Employees and students in the DeKalb County Schools woke up to new leadership on Tuesday. The school district is in transition again after the board let Superintendent Stephen Green go Monday, earlier than expected.
At the end of 2012, it seemed like DeKalb was nearing rock-bottom. The district’s accrediting agency, the Southern Association of Colleges and Schools (SACS), placed the district on accredited probation. Mark Elgart, the CEO of SACS’s parent company AdvancED, scolded the board for poor leadership and financial mismanagement.
“The current condition of this school system is one that could be classified as one in conflict and chaos,” he said.
Elgart said a pattern of mismanagement developed over a decade.
“There’s been poor, ineffective governance; there’s been a decline in student performance, and there’s been a depletion of the financial resources of this system to a position today that is very dangerous,” he said.
A lot happened after that. The school board dismissed then-superintendent Cheryl Atkinson. It brought former Labor Commissioner Michael Thurmond on as the interim superintendent.
The district’s probationary status triggered a state law requiring the Georgia Board of Education to hold a hearing. For 14 hours, state board members questioned DeKalb County School District staff and board members. Afterward, the state board recommended then-governor Nathan Deal remove six of the nine DeKalb board members, which he did.
“This is an issue that needs to be resolved as quickly and as thoroughly as possible,” Deal said.
With the help of a committee, Deal chose six new board members. Then, things slowly improved. The district eventually shed its probationary status and became fully accredited again. In 2015, the board hired Green, who was leading the Kansas City, Missouri, school district at the time.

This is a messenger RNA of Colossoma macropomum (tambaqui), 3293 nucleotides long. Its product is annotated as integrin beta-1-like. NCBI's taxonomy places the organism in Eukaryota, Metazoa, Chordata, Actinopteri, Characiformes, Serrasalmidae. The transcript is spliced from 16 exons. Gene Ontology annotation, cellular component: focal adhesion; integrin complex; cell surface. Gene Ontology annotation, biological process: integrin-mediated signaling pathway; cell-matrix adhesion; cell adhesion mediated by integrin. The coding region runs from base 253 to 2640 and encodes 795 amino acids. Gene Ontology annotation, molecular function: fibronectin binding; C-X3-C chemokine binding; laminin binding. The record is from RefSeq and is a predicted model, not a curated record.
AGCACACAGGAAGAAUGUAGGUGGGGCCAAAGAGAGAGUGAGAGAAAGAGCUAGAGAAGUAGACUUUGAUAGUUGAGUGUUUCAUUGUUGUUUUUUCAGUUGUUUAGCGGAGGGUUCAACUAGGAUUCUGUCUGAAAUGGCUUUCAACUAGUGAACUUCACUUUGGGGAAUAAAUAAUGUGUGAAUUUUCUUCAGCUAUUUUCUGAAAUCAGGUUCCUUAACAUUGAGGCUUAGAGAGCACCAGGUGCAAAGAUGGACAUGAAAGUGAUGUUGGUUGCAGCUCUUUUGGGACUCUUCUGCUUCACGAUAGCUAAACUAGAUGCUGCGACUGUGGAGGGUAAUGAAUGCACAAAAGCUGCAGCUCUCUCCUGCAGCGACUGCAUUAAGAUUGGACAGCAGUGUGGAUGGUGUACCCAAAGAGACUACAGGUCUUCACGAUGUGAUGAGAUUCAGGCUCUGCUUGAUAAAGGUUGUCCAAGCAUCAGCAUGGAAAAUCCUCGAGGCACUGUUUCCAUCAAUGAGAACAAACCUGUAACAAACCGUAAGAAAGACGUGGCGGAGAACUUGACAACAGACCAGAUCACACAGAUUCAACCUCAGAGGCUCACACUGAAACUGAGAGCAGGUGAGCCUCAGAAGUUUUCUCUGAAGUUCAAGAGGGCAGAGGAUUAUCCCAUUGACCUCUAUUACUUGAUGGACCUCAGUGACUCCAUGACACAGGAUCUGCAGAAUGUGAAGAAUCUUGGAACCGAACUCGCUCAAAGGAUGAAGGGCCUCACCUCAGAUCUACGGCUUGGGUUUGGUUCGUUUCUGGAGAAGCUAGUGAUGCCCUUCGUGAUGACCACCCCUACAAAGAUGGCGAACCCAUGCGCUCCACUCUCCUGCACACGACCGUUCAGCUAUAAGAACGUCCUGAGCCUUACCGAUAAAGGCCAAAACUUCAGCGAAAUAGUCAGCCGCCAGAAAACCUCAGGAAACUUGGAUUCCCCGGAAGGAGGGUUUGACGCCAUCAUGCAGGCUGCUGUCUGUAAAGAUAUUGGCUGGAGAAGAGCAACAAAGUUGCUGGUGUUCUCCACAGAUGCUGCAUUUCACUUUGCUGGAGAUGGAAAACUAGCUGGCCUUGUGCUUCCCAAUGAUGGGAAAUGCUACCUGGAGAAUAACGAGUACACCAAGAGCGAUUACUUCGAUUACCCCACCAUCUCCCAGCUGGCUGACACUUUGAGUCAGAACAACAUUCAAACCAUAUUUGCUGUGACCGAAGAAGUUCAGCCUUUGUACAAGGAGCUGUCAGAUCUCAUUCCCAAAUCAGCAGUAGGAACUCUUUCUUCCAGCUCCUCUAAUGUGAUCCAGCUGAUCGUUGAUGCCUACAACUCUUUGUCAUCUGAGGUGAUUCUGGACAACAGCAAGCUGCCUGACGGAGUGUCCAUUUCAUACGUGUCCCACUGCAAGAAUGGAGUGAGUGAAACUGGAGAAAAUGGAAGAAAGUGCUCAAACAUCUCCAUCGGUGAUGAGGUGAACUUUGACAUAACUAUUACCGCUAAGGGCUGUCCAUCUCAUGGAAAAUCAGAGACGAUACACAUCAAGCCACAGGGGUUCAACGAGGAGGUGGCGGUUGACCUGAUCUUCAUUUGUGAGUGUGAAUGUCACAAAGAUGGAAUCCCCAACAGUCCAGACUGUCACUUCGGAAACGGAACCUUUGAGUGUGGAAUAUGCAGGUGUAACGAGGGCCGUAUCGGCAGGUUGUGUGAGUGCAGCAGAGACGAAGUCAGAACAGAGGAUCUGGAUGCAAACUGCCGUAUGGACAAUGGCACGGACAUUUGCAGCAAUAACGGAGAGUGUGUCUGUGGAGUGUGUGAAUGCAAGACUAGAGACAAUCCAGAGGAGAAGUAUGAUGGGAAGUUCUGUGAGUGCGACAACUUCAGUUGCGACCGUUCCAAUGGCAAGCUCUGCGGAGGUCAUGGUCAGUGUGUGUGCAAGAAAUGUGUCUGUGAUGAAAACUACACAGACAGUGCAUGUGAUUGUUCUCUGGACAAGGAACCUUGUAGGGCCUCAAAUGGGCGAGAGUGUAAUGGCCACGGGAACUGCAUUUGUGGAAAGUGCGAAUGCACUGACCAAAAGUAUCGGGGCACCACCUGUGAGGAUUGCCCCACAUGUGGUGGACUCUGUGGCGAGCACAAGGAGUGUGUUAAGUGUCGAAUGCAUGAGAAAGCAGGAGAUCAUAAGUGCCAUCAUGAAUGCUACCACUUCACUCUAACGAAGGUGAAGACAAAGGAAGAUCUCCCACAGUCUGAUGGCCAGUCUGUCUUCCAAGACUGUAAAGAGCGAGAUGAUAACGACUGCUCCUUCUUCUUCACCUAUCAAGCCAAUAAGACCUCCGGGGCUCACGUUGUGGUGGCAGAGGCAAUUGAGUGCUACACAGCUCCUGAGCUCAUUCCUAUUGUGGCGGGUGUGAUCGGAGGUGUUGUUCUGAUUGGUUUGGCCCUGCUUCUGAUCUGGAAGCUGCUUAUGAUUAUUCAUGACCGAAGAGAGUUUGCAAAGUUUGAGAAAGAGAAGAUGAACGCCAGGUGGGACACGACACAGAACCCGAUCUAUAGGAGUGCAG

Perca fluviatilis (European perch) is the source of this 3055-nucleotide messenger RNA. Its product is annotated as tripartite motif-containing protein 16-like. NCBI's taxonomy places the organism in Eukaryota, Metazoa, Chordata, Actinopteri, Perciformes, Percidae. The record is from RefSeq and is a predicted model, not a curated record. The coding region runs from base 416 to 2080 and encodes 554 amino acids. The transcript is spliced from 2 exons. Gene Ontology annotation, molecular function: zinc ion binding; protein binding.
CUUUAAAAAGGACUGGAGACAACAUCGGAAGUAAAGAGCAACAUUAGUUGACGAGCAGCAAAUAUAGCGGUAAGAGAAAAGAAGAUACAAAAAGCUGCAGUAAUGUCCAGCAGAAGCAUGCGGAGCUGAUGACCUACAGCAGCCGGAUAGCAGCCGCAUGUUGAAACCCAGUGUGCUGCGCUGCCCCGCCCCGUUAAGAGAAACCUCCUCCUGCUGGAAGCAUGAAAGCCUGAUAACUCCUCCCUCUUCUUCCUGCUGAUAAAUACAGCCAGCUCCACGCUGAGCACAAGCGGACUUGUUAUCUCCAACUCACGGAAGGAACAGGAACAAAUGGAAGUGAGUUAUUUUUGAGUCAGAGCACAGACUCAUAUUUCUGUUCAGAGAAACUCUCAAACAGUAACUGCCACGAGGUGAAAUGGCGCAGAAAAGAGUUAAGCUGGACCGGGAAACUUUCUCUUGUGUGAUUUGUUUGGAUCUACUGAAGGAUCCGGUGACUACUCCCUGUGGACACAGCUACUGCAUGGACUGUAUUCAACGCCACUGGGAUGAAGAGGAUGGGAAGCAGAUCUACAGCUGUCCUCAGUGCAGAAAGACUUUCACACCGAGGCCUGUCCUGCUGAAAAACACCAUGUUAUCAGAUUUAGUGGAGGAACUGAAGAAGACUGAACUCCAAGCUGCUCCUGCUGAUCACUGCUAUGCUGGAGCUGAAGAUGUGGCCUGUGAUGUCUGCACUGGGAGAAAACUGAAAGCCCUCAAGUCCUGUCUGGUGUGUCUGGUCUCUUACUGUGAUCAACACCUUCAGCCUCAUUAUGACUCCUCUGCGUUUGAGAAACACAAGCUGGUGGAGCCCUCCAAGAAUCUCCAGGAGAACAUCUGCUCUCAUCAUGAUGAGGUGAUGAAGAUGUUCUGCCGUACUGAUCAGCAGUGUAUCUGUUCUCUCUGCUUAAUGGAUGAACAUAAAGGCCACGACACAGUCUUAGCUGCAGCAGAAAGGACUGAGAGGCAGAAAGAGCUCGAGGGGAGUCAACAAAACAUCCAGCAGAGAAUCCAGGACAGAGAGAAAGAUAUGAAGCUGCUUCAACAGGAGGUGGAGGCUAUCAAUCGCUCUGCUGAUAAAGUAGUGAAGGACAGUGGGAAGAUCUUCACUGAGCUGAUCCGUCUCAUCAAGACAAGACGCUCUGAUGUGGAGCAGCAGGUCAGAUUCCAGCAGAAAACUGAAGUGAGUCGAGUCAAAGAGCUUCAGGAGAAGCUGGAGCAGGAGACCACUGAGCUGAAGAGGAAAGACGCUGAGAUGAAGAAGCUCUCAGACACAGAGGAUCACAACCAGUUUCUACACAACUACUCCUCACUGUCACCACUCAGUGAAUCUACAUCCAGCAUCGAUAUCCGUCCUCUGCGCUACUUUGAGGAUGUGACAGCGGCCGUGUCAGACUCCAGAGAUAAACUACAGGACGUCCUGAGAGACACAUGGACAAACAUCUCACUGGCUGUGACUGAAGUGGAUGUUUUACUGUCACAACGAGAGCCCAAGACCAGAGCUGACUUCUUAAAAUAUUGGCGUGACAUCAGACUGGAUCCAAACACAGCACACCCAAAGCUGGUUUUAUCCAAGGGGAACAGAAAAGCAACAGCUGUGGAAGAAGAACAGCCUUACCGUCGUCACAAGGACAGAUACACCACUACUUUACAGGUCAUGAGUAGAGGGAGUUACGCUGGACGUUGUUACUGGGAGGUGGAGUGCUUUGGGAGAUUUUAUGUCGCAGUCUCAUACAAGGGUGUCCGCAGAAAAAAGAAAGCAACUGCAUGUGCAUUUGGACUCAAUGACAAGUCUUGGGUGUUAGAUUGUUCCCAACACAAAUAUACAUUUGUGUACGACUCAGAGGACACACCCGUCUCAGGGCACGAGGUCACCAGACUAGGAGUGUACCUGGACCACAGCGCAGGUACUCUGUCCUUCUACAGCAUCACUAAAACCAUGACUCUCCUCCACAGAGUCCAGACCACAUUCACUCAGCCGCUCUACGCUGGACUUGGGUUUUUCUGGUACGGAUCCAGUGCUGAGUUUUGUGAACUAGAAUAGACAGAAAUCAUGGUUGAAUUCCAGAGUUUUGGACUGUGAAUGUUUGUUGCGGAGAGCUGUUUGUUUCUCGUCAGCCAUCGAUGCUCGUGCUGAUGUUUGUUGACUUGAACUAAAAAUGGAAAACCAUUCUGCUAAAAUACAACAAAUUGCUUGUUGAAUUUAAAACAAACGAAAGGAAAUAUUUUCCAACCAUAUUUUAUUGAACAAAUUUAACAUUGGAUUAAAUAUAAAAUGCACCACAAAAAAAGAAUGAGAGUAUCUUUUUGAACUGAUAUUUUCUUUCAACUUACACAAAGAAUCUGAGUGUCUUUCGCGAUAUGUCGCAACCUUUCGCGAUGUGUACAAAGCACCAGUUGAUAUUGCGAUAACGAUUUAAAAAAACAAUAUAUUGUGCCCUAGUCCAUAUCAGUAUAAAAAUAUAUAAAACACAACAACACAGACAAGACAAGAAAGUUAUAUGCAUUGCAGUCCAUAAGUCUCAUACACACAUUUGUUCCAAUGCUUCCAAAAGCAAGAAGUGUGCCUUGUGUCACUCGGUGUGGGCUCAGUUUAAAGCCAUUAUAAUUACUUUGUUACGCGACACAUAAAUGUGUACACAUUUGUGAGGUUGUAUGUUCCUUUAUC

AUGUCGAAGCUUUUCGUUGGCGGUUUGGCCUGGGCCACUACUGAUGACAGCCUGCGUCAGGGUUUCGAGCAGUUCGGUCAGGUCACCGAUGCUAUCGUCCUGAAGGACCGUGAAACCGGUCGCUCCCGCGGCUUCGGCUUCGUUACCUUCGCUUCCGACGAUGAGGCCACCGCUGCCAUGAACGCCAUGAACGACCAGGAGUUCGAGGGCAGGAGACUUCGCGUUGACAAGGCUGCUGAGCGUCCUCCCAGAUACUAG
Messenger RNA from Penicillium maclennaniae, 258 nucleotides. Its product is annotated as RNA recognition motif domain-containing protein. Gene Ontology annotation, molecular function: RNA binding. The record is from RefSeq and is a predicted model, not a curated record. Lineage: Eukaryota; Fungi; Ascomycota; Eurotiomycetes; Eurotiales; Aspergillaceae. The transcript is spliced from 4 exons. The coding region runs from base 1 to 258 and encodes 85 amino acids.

“[We liked] his leadership style, his ability to work with board members in a collaborative way, and certainly his expertise in finance,” said Melvin Johnson, who was DeKalb’s board chair at the time.
Initially, Green seemed to have board and community support.
“When Dr. Green first came in…he came in saying that the district was sick,” said Joel Edwards, president of Restore DeKalb. “And we decided we were going to help him out, to go through the trenches and to get things into a positive direction, and it hasn’t happened.”
Tensions grew as some community members felt the school district wasn’t improving enough. When it came time for board members to consider extending Green’s contract, the votes weren’t there. So, over the summer, Green issued a press release saying he’d leave when his contract ends in June 2020.
“The DeKalb County Schools community is truly inspirational,” Green said. “I am proud to have the opportunity to help lead our students to achieve educational excellence alongside our exceptional teachers and staff. I’m excited to see what the future holds for our District and our students – both have limitless potential.”
The board decided to cut ties sooner, though. In a 6-1 vote Monday, members approved a separation agreement between Green and the board. Board member Allyson Gevertz was the only “no” vote.
“I’m strongly opposed to this motion,” she said. “I don’t think it will have a positive impact on our students. It will be disruptive. I don’t see the benefit of introducing instability when it’s not necessary. It’s fiscally irresponsible. When we’re in the midst of a hiring freeze, we should not be paying two people for the same job.”
Fellow board member Joyce Morley said the district needed a fresh start.
“We can’t keep pretending that things are OK,” Morley said. “We can’t keep putting stuff out to the public and making it look good for the sake of making it look good. The reality is it’s time for us to get our house in order.”
The board has hired BWP & Associates to help search for Green’s replacement. Meantime, Green’s former Chief of Staff, Ramona Tyson, will serve as interim superintendent. Tyson has filled that role before. She stepped in after Crawford Lewis was indicted for racketeering in 2010.